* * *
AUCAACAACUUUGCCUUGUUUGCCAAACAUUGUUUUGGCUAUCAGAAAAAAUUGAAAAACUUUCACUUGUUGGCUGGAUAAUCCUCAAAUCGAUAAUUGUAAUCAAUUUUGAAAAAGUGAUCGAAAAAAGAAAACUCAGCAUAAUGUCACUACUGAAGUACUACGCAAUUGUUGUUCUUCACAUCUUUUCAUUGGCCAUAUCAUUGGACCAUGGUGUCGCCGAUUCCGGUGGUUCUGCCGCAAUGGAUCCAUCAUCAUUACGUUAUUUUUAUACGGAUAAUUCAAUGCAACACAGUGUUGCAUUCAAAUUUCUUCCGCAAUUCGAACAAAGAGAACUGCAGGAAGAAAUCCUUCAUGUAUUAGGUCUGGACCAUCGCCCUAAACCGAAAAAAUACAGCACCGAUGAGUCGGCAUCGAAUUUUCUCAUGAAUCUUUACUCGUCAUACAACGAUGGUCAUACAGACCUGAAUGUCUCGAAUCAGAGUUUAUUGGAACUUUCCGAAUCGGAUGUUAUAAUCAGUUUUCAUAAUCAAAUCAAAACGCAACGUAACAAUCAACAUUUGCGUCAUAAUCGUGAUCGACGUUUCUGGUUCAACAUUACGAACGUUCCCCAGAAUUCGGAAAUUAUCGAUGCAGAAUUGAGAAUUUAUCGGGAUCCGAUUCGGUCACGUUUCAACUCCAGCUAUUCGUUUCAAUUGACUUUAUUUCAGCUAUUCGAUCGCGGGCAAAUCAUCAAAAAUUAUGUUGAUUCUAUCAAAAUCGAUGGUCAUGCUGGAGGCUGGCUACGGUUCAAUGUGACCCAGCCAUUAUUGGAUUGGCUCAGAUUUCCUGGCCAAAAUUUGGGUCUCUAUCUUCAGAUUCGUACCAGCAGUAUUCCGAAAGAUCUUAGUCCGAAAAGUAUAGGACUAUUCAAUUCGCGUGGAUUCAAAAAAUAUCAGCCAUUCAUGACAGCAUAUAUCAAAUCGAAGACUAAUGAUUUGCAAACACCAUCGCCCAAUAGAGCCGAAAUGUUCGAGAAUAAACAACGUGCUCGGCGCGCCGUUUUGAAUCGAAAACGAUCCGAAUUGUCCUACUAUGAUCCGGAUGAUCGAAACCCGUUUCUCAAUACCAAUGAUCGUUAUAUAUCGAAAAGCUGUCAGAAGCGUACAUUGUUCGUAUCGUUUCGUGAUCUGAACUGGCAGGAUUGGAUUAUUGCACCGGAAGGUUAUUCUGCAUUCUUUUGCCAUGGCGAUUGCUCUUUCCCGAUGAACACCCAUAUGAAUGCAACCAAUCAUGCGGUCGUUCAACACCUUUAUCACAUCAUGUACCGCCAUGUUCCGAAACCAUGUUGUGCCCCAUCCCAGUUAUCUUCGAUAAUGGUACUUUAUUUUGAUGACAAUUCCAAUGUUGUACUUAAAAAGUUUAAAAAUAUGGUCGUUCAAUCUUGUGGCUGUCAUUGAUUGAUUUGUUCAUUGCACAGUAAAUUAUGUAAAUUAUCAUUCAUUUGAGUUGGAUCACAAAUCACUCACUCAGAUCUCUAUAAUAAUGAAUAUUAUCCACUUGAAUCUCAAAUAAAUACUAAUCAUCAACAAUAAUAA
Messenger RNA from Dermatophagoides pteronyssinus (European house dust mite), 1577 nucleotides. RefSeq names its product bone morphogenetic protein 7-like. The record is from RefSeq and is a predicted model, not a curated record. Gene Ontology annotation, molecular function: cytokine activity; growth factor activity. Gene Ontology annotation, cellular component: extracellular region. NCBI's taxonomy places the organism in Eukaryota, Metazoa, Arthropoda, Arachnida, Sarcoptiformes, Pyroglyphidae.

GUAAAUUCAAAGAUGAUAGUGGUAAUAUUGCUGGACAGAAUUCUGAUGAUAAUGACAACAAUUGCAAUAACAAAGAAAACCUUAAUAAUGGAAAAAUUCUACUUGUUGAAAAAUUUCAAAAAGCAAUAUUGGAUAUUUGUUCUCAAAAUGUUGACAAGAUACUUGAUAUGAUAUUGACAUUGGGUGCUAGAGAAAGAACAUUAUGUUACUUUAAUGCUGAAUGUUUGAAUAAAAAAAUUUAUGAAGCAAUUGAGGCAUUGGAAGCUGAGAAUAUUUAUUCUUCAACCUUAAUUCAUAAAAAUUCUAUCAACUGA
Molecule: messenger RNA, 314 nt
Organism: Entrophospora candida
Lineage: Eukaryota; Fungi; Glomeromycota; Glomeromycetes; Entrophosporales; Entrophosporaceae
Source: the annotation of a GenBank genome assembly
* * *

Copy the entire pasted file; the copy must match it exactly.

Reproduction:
AUCAACAACUUUGCCUUGUUUGCCAAACAUUGUUUUGGCUAUCAGAAAAAAUUGAAAAACUUUCACUUGUUGGCUGGAUAAUCCUCAAAUCGAUAAUUGUAAUCAAUUUUGAAAAAGUGAUCGAAAAAAGAAAACUCAGCAUAAUGUCACUACUGAAGUACUACGCAAUUGUUGUUCUUCACAUCUUUUCAUUGGCCAUAUCAUUGGACCAUGGUGUCGCCGAUUCCGGUGGUUCUGCCGCAAUGGAUCCAUCAUCAUUACGUUAUUUUUAUACGGAUAAUUCAAUGCAACACAGUGUUGCAUUCAAAUUUCUUCCGCAAUUCGAACAAAGAGAACUGCAGGAAGAAAUCCUUCAUGUAUUAGGUCUGGACCAUCGCCCUAAACCGAAAAAAUACAGCACCGAUGAGUCGGCAUCGAAUUUUCUCAUGAAUCUUUACUCGUCAUACAACGAUGGUCAUACAGACCUGAAUGUCUCGAAUCAGAGUUUAUUGGAACUUUCCGAAUCGGAUGUUAUAAUCAGUUUUCAUAAUCAAAUCAAAACGCAACGUAACAAUCAACAUUUGCGUCAUAAUCGUGAUCGACGUUUCUGGUUCAACAUUACGAACGUUCCCCAGAAUUCGGAAAUUAUCGAUGCAGAAUUGAGAAUUUAUCGGGAUCCGAUUCGGUCACGUUUCAACUCCAGCUAUUCGUUUCAAUUGACUUUAUUUCAGCUAUUCGAUCGCGGGCAAAUCAUCAAAAAUUAUGUUGAUUCUAUCAAAAUCGAUGGUCAUGCUGGAGGCUGGCUACGGUUCAAUGUGACCCAGCCAUUAUUGGAUUGGCUCAGAUUUCCUGGCCAAAAUUUGGGUCUCUAUCUUCAGAUUCGUACCAGCAGUAUUCCGAAAGAUCUUAGUCCGAAAAGUAUAGGACUAUUCAAUUCGCGUGGAUUCAAAAAAUAUCAGCCAUUCAUGACAGCAUAUAUCAAAUCGAAGACUAAUGAUUUGCAAACACCAUCGCCCAAUAGAGCCGAAAUGUUCGAGAAUAAACAACGUGCUCGGCGCGCCGUUUUGAAUCGAAAACGAUCCGAAUUGUCCUACUAUGAUCCGGAUGAUCGAAACCCGUUUCUCAAUACCAAUGAUCGUUAUAUAUCGAAAAGCUGUCAGAAGCGUACAUUGUUCGUAUCGUUUCGUGAUCUGAACUGGCAGGAUUGGAUUAUUGCACCGGAAGGUUAUUCUGCAUUCUUUUGCCAUGGCGAUUGCUCUUUCCCGAUGAACACCCAUAUGAAUGCAACCAAUCAUGCGGUCGUUCAACACCUUUAUCACAUCAUGUACCGCCAUGUUCCGAAACCAUGUUGUGCCCCAUCCCAGUUAUCUUCGAUAAUGGUACUUUAUUUUGAUGACAAUUCCAAUGUUGUACUUAAAAAGUUUAAAAAUAUGGUCGUUCAAUCUUGUGGCUGUCAUUGAUUGAUUUGUUCAUUGCACAGUAAAUUAUGUAAAUUAUCAUUCAUUUGAGUUGGAUCACAAAUCACUCACUCAGAUCUCUAUAAUAAUGAAUAUUAUCCACUUGAAUCUCAAAUAAAUACUAAUCAUCAACAAUAAUAA
Messenger RNA from Dermatophagoides pteronyssinus (European house dust mite), 1577 nucleotides. RefSeq names its product bone morphogenetic protein 7-like. The record is from RefSeq and is a predicted model, not a curated record. Gene Ontology annotation, molecular function: cytokine activity; growth factor activity. Gene Ontology annotation, cellular component: extracellular region. NCBI's taxonomy places the organism in Eukaryota, Metazoa, Arthropoda, Arachnida, Sarcoptiformes, Pyroglyphidae.

GUAAAUUCAAAGAUGAUAGUGGUAAUAUUGCUGGACAGAAUUCUGAUGAUAAUGACAACAAUUGCAAUAACAAAGAAAACCUUAAUAAUGGAAAAAUUCUACUUGUUGAAAAAUUUCAAAAAGCAAUAUUGGAUAUUUGUUCUCAAAAUGUUGACAAGAUACUUGAUAUGAUAUUGACAUUGGGUGCUAGAGAAAGAACAUUAUGUUACUUUAAUGCUGAAUGUUUGAAUAAAAAAAUUUAUGAAGCAAUUGAGGCAUUGGAAGCUGAGAAUAUUUAUUCUUCAACCUUAAUUCAUAAAAAUUCUAUCAACUGA
Molecule: messenger RNA, 314 nt
Organism: Entrophospora candida
Lineage: Eukaryota; Fungi; Glomeromycota; Glomeromycetes; Entrophosporales; Entrophosporaceae
Source: the annotation of a GenBank genome assembly